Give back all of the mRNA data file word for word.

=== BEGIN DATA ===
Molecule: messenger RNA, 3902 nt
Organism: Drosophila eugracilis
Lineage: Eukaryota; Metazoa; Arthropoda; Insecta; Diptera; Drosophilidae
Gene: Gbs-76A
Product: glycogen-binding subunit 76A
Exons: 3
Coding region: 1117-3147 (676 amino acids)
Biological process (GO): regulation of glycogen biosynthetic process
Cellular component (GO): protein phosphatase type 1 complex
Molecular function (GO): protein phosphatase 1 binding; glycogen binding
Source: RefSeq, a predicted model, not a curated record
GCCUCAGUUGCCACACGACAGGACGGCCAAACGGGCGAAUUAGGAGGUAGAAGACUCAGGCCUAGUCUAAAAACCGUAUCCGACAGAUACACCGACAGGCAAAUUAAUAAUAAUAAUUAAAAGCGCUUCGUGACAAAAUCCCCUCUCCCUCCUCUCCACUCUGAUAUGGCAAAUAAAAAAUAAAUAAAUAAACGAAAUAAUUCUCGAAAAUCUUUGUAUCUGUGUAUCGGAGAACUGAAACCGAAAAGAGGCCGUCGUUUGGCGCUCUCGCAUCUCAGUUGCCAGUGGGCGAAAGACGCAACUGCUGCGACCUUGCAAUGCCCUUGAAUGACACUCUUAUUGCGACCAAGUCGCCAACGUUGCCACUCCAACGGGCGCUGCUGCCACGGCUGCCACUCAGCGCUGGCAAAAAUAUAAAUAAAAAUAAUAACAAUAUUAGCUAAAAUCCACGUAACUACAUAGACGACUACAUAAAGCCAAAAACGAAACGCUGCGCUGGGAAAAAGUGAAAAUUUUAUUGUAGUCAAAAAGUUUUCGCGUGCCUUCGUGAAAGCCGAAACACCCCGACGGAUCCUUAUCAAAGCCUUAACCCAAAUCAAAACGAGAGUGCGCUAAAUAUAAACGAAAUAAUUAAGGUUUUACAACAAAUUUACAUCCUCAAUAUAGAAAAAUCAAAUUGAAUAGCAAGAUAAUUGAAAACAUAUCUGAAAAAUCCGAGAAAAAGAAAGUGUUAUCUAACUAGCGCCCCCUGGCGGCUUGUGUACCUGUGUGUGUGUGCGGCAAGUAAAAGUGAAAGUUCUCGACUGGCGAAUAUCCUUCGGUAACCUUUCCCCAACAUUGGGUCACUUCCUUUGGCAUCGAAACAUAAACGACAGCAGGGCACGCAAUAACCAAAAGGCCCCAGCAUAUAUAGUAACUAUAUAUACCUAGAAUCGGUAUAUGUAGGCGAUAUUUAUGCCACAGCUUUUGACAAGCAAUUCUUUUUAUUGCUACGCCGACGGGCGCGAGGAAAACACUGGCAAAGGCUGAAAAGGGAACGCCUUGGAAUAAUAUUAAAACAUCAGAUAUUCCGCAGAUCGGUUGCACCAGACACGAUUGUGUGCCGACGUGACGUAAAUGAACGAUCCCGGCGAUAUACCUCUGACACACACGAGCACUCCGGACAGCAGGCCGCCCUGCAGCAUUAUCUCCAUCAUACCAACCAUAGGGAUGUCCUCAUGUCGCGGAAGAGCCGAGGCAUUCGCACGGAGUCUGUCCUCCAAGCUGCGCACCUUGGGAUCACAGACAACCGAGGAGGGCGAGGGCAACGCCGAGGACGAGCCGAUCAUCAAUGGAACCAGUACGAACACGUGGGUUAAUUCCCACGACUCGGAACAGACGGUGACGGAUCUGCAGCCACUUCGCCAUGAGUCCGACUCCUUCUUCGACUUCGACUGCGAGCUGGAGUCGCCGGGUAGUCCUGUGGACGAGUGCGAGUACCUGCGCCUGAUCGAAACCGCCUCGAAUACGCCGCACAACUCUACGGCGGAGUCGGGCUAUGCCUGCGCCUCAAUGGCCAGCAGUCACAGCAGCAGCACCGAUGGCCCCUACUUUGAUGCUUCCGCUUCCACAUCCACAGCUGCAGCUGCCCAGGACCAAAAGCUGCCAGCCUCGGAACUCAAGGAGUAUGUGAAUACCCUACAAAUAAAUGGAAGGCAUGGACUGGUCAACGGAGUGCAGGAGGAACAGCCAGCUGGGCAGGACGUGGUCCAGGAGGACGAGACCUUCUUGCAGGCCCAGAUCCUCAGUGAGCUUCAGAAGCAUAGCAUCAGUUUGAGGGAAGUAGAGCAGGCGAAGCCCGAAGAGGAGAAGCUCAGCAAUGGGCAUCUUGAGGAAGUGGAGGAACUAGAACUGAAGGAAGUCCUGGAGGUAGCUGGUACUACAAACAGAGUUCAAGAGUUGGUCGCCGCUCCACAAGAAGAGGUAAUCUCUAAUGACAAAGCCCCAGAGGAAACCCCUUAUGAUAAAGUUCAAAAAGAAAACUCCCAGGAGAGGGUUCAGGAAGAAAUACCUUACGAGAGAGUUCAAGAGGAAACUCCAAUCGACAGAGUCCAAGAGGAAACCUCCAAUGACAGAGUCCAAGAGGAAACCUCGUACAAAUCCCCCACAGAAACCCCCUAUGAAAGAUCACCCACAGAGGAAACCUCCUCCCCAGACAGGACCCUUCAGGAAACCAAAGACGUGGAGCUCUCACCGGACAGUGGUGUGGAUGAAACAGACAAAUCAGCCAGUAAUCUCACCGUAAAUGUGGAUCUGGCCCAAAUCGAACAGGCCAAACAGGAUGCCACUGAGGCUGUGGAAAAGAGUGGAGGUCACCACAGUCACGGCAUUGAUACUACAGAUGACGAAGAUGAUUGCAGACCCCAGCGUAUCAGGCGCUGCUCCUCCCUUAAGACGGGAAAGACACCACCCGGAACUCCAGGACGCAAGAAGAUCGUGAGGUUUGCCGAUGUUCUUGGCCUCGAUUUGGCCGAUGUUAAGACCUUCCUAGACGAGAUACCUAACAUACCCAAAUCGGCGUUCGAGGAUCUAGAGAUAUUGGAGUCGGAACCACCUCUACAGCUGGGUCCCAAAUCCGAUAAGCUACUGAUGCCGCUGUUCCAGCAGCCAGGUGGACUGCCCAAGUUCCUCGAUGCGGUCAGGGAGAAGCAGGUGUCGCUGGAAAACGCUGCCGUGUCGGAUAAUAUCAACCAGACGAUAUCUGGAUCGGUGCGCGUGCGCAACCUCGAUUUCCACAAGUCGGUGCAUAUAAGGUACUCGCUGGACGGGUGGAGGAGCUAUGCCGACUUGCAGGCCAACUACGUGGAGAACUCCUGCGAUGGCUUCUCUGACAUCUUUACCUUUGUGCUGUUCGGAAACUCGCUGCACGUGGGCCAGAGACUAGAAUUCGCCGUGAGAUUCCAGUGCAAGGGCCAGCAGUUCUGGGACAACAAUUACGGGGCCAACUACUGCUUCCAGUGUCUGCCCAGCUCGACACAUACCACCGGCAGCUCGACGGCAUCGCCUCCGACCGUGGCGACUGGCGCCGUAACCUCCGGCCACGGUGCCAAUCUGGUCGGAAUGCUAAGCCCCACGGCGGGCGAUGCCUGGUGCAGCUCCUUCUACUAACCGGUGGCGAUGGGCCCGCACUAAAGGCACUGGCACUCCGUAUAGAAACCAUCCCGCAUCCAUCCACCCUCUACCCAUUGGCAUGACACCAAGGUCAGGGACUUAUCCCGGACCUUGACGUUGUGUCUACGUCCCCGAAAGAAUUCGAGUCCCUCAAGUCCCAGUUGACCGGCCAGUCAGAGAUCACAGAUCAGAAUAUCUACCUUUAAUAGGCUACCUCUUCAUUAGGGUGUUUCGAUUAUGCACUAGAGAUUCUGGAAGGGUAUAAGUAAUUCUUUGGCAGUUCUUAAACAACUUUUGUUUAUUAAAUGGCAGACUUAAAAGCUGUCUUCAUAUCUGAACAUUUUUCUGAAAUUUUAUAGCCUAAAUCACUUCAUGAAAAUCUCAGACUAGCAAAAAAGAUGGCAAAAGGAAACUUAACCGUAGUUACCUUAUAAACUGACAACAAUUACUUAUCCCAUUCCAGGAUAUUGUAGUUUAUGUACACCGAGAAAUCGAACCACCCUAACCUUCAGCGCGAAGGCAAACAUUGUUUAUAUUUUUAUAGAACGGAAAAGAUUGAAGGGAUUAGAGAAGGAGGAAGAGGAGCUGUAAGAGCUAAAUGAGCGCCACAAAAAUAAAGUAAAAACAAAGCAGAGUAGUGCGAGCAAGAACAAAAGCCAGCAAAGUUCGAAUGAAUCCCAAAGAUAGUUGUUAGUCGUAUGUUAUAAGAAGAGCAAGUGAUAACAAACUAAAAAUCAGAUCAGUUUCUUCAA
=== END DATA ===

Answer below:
Molecule: messenger RNA, 3902 nt
Organism: Drosophila eugracilis
Lineage: Eukaryota; Metazoa; Arthropoda; Insecta; Diptera; Drosophilidae
Gene: Gbs-76A
Product: glycogen-binding subunit 76A
Exons: 3
Coding region: 1117-3147 (676 amino acids)
Biological process (GO): regulation of glycogen biosynthetic process
Cellular component (GO): protein phosphatase type 1 complex
Molecular function (GO): protein phosphatase 1 binding; glycogen binding
Source: RefSeq, a predicted model, not a curated record
GCCUCAGUUGCCACACGACAGGACGGCCAAACGGGCGAAUUAGGAGGUAGAAGACUCAGGCCUAGUCUAAAAACCGUAUCCGACAGAUACACCGACAGGCAAAUUAAUAAUAAUAAUUAAAAGCGCUUCGUGACAAAAUCCCCUCUCCCUCCUCUCCACUCUGAUAUGGCAAAUAAAAAAUAAAUAAAUAAACGAAAUAAUUCUCGAAAAUCUUUGUAUCUGUGUAUCGGAGAACUGAAACCGAAAAGAGGCCGUCGUUUGGCGCUCUCGCAUCUCAGUUGCCAGUGGGCGAAAGACGCAACUGCUGCGACCUUGCAAUGCCCUUGAAUGACACUCUUAUUGCGACCAAGUCGCCAACGUUGCCACUCCAACGGGCGCUGCUGCCACGGCUGCCACUCAGCGCUGGCAAAAAUAUAAAUAAAAAUAAUAACAAUAUUAGCUAAAAUCCACGUAACUACAUAGACGACUACAUAAAGCCAAAAACGAAACGCUGCGCUGGGAAAAAGUGAAAAUUUUAUUGUAGUCAAAAAGUUUUCGCGUGCCUUCGUGAAAGCCGAAACACCCCGACGGAUCCUUAUCAAAGCCUUAACCCAAAUCAAAACGAGAGUGCGCUAAAUAUAAACGAAAUAAUUAAGGUUUUACAACAAAUUUACAUCCUCAAUAUAGAAAAAUCAAAUUGAAUAGCAAGAUAAUUGAAAACAUAUCUGAAAAAUCCGAGAAAAAGAAAGUGUUAUCUAACUAGCGCCCCCUGGCGGCUUGUGUACCUGUGUGUGUGUGCGGCAAGUAAAAGUGAAAGUUCUCGACUGGCGAAUAUCCUUCGGUAACCUUUCCCCAACAUUGGGUCACUUCCUUUGGCAUCGAAACAUAAACGACAGCAGGGCACGCAAUAACCAAAAGGCCCCAGCAUAUAUAGUAACUAUAUAUACCUAGAAUCGGUAUAUGUAGGCGAUAUUUAUGCCACAGCUUUUGACAAGCAAUUCUUUUUAUUGCUACGCCGACGGGCGCGAGGAAAACACUGGCAAAGGCUGAAAAGGGAACGCCUUGGAAUAAUAUUAAAACAUCAGAUAUUCCGCAGAUCGGUUGCACCAGACACGAUUGUGUGCCGACGUGACGUAAAUGAACGAUCCCGGCGAUAUACCUCUGACACACACGAGCACUCCGGACAGCAGGCCGCCCUGCAGCAUUAUCUCCAUCAUACCAACCAUAGGGAUGUCCUCAUGUCGCGGAAGAGCCGAGGCAUUCGCACGGAGUCUGUCCUCCAAGCUGCGCACCUUGGGAUCACAGACAACCGAGGAGGGCGAGGGCAACGCCGAGGACGAGCCGAUCAUCAAUGGAACCAGUACGAACACGUGGGUUAAUUCCCACGACUCGGAACAGACGGUGACGGAUCUGCAGCCACUUCGCCAUGAGUCCGACUCCUUCUUCGACUUCGACUGCGAGCUGGAGUCGCCGGGUAGUCCUGUGGACGAGUGCGAGUACCUGCGCCUGAUCGAAACCGCCUCGAAUACGCCGCACAACUCUACGGCGGAGUCGGGCUAUGCCUGCGCCUCAAUGGCCAGCAGUCACAGCAGCAGCACCGAUGGCCCCUACUUUGAUGCUUCCGCUUCCACAUCCACAGCUGCAGCUGCCCAGGACCAAAAGCUGCCAGCCUCGGAACUCAAGGAGUAUGUGAAUACCCUACAAAUAAAUGGAAGGCAUGGACUGGUCAACGGAGUGCAGGAGGAACAGCCAGCUGGGCAGGACGUGGUCCAGGAGGACGAGACCUUCUUGCAGGCCCAGAUCCUCAGUGAGCUUCAGAAGCAUAGCAUCAGUUUGAGGGAAGUAGAGCAGGCGAAGCCCGAAGAGGAGAAGCUCAGCAAUGGGCAUCUUGAGGAAGUGGAGGAACUAGAACUGAAGGAAGUCCUGGAGGUAGCUGGUACUACAAACAGAGUUCAAGAGUUGGUCGCCGCUCCACAAGAAGAGGUAAUCUCUAAUGACAAAGCCCCAGAGGAAACCCCUUAUGAUAAAGUUCAAAAAGAAAACUCCCAGGAGAGGGUUCAGGAAGAAAUACCUUACGAGAGAGUUCAAGAGGAAACUCCAAUCGACAGAGUCCAAGAGGAAACCUCCAAUGACAGAGUCCAAGAGGAAACCUCGUACAAAUCCCCCACAGAAACCCCCUAUGAAAGAUCACCCACAGAGGAAACCUCCUCCCCAGACAGGACCCUUCAGGAAACCAAAGACGUGGAGCUCUCACCGGACAGUGGUGUGGAUGAAACAGACAAAUCAGCCAGUAAUCUCACCGUAAAUGUGGAUCUGGCCCAAAUCGAACAGGCCAAACAGGAUGCCACUGAGGCUGUGGAAAAGAGUGGAGGUCACCACAGUCACGGCAUUGAUACUACAGAUGACGAAGAUGAUUGCAGACCCCAGCGUAUCAGGCGCUGCUCCUCCCUUAAGACGGGAAAGACACCACCCGGAACUCCAGGACGCAAGAAGAUCGUGAGGUUUGCCGAUGUUCUUGGCCUCGAUUUGGCCGAUGUUAAGACCUUCCUAGACGAGAUACCUAACAUACCCAAAUCGGCGUUCGAGGAUCUAGAGAUAUUGGAGUCGGAACCACCUCUACAGCUGGGUCCCAAAUCCGAUAAGCUACUGAUGCCGCUGUUCCAGCAGCCAGGUGGACUGCCCAAGUUCCUCGAUGCGGUCAGGGAGAAGCAGGUGUCGCUGGAAAACGCUGCCGUGUCGGAUAAUAUCAACCAGACGAUAUCUGGAUCGGUGCGCGUGCGCAACCUCGAUUUCCACAAGUCGGUGCAUAUAAGGUACUCGCUGGACGGGUGGAGGAGCUAUGCCGACUUGCAGGCCAACUACGUGGAGAACUCCUGCGAUGGCUUCUCUGACAUCUUUACCUUUGUGCUGUUCGGAAACUCGCUGCACGUGGGCCAGAGACUAGAAUUCGCCGUGAGAUUCCAGUGCAAGGGCCAGCAGUUCUGGGACAACAAUUACGGGGCCAACUACUGCUUCCAGUGUCUGCCCAGCUCGACACAUACCACCGGCAGCUCGACGGCAUCGCCUCCGACCGUGGCGACUGGCGCCGUAACCUCCGGCCACGGUGCCAAUCUGGUCGGAAUGCUAAGCCCCACGGCGGGCGAUGCCUGGUGCAGCUCCUUCUACUAACCGGUGGCGAUGGGCCCGCACUAAAGGCACUGGCACUCCGUAUAGAAACCAUCCCGCAUCCAUCCACCCUCUACCCAUUGGCAUGACACCAAGGUCAGGGACUUAUCCCGGACCUUGACGUUGUGUCUACGUCCCCGAAAGAAUUCGAGUCCCUCAAGUCCCAGUUGACCGGCCAGUCAGAGAUCACAGAUCAGAAUAUCUACCUUUAAUAGGCUACCUCUUCAUUAGGGUGUUUCGAUUAUGCACUAGAGAUUCUGGAAGGGUAUAAGUAAUUCUUUGGCAGUUCUUAAACAACUUUUGUUUAUUAAAUGGCAGACUUAAAAGCUGUCUUCAUAUCUGAACAUUUUUCUGAAAUUUUAUAGCCUAAAUCACUUCAUGAAAAUCUCAGACUAGCAAAAAAGAUGGCAAAAGGAAACUUAACCGUAGUUACCUUAUAAACUGACAACAAUUACUUAUCCCAUUCCAGGAUAUUGUAGUUUAUGUACACCGAGAAAUCGAACCACCCUAACCUUCAGCGCGAAGGCAAACAUUGUUUAUAUUUUUAUAGAACGGAAAAGAUUGAAGGGAUUAGAGAAGGAGGAAGAGGAGCUGUAAGAGCUAAAUGAGCGCCACAAAAAUAAAGUAAAAACAAAGCAGAGUAGUGCGAGCAAGAACAAAAGCCAGCAAAGUUCGAAUGAAUCCCAAAGAUAGUUGUUAGUCGUAUGUUAUAAGAAGAGCAAGUGAUAACAAACUAAAAAUCAGAUCAGUUUCUUCAA